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Tumulus meretricis.

The courtesan’s tomb

EMBLEMA LXXIV.

Quis tumulus? cuia urna? Ephyraeae est Laidos.[1] ah, non
Erubuit tantum perdere Parca[2] decs?
Nulla fuit tum forma: illam iam carpserat aetas,
Iam speculum Veneri cauta dicarat[3] anus.
Quid scalptus sibi vult aries[4], quem parte leaena
Unguibus apprehensum posteriore tenet?
Non aliter captos quòd & ipsa teneret amantes:
Vir gregis est aries, clune tenetur amans.

What tomb, whose urn is this? - It belongs to Lais of Ephyre. - Ah, was not the goddess of Fate ashamed to destroy such loveliness? - She had no beauty then. Age had already worn it away. She had become an old woman and had already wisely dedicated her mirror to Venus. - What’s the meaning of the ram carved there, which a lioness holds tight, gripping its hind-quarters with her claws? - It is there because she too would hold her captive lovers in just this way. The male of the flock is the ram. The lover is held by the buttocks.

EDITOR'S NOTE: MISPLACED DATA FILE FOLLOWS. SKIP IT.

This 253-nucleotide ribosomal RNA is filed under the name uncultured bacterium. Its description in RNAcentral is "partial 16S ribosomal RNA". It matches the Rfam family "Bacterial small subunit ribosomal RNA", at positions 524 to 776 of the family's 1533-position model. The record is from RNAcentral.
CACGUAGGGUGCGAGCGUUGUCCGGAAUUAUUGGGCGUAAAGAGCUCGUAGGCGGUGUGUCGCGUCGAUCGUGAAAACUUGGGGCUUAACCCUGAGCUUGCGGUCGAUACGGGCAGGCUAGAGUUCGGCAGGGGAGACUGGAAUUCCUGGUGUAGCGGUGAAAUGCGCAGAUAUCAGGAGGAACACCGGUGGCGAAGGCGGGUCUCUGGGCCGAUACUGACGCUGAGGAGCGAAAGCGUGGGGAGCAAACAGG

Notes:

1.  ‘Lais of Ephyre’. Ephyre is an old name for Corinth, the home of several famous courtesans called Lais.

2.  One of the Parcae or Fates, here presumably Atropos, the Fate who cut off the thread of the individual’s life.

3.  As a symbol of retirement, the tools of one’s trade were dedicated to the presiding deity. For Lais dedicating her mirror to Venus, see Anthologia graeca 6.1 and 18.

4.  Scalptus...aries, ‘the ram carved there’. Pausanias Periegesis 2.2.4 describes such a tomb of Lais at Corinth.


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In amatores meretricum.

Those who give their affection to whores

EMBLEMA LXXV.

Villosae indutus piscator tegmina caprae,
Addidit ut capiti cornua bina suo;
Fallit amatorem stans summo in littore sargum[1],
In laqueos simi quem gregis ardor agit.
Capra refert scortum: similis fit sargus amanti,
Qui miser obscoeno captus amore perit.

When a fisherman has dressed himself in a shaggy she-goat skin and placed twin horns on his head, he stands at the edge of the beach, and tricks the passionate sargus, whom desire for the snub-nosed herd drives into the trap. - The she-goat represents the whore, the sargue is like the lover, who perishes, wretched fellow, in the toils of unwholesome love.

Notes:

1.  A sort of fish, possibly the sea-bream, believed to be unable to resist the smell of she-goats. See Aelian, De natura animalium 1.23.


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